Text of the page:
DB2 LUW Execution Plan Operations

A short reference of the most common DB2 LUW execution plan operations. Find the full list in the IBM documentation.

Index and Table Access


The IXSCAN performs the B-tree traversal and follows the leaf node chain to find all matching entries. See also Chapter 1, “Anatomy of an SQL Index.

The so-called index filter predicates ("SARG" predicates) often cause performance problems for an IXSCAN. The next section explains how to identify them. Similar to Oracle’s family of INDEX ... SCAN operations.

The absence of START and STOP predicates indicates a full index scan.

The last_explained view indicates a reverse scan in brackets (e.g., IXSCAN (REVERSE)).


Retrieves a row from the table using the RID retrieved from the preceding index lookup. See also Chapter 1, “Anatomy of an SQL Index. Similar to Oracle’s TABLE ACCESS BY INDEX ROWID.


This is also known as full table scan. Reads the entire table—all rows and columns—as stored on the disk. Although multi-block read operations improve the speed of a full table scan considerably, it is still one of the most expensive operations. Besides high IO rates, a full table scan must inspect all table rows so it can also consume a considerable amount of CPU time. See also “Full Table Scan”.


This operation is used for index merge and, possibly even more often, to prefetch data pages after they have been sorted.


Generally join operations process only two tables at a time. In case a query has more joins, they are executed sequentially: first two tables, then the intermediate result with the next table. In the context of joins, the term “table” could therefore also mean “intermediate result”.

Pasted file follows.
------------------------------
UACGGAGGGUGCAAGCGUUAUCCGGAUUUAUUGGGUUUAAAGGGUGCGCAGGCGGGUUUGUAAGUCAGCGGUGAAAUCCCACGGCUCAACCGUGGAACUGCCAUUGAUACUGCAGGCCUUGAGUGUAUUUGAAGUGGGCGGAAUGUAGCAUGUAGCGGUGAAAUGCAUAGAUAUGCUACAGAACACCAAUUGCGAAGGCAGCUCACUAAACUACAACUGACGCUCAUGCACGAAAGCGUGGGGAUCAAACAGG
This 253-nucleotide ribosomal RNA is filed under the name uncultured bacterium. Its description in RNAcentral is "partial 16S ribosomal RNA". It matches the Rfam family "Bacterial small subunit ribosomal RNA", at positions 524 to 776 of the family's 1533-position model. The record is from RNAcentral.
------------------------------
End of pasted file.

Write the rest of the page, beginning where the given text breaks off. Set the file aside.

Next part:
Joins two tables by fetching the result from one table and querying the other table for each row from the first. See also “Nested Loops”.


The hash join loads the candidate records from one side of the join into a hash table that is then probed for each row from the other side of the join. See also “Hash Join”.


The merge join combines two sorted lists like a zipper. Both sides of the join must be presorted. See also “Sort Merge”.


A multi-table join (more than two) specifically for data warehouses using a star schema.

Sorting and Grouping


Sorts the result according to the order by clause. This operation needs large amounts of memory to materialize the intermediate result (not pipelined). This operation is also used to establish a required order for MSJOIN or GRPBY operations. Additionally, SORT might remove duplicate rows for a distinct operation. See also “Indexing Order By”.

The last_explained view indicates whether a unique is performed in brackets (e.g. SORT (UNIQUE)). Top-N sorts are labeled with TOP-N (e.g., because of fetch first ... rows only).


De-duplicates rows in a pre-sorted set. Used for distinct when the required order can be established without a SORT operation (e.g., because the IXSCAN delivers them in the required order). When a SORT operation is necessary, the SORT operation itself performs the de-duplication.


Aggregates a set according the group by clause. This operation may be executed using a sort/group-by algorithm or a hash based approach (since v10.1). See also “Indexing Group By”.

The last_explained view indicates the aggregation mode in brackets (e.g. GRPBY (HASH COMPLETE)).

Top-N Queries

DB2 LUW does not have execution plan operations that directly relate to top-N clauses such as fetch first ... rows only. However, if a SORT is performed, last_explained view indicates the top-N optimization in brackets (e.g., SORT (TOP-N)).

In case there is no SORT operation required, there is no visible mark of the top-n behaviour in the execution plan. However, a sudden drop of the cost value or drop in row count estimates in absence of predicates might give you an idea that there must be a Top-N clause at work.

About the Author

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Markus Winand tunes developers for high SQL performance. He also published the book SQL Performance Explained and offers in-house training as well as remote coaching at http://winand.at/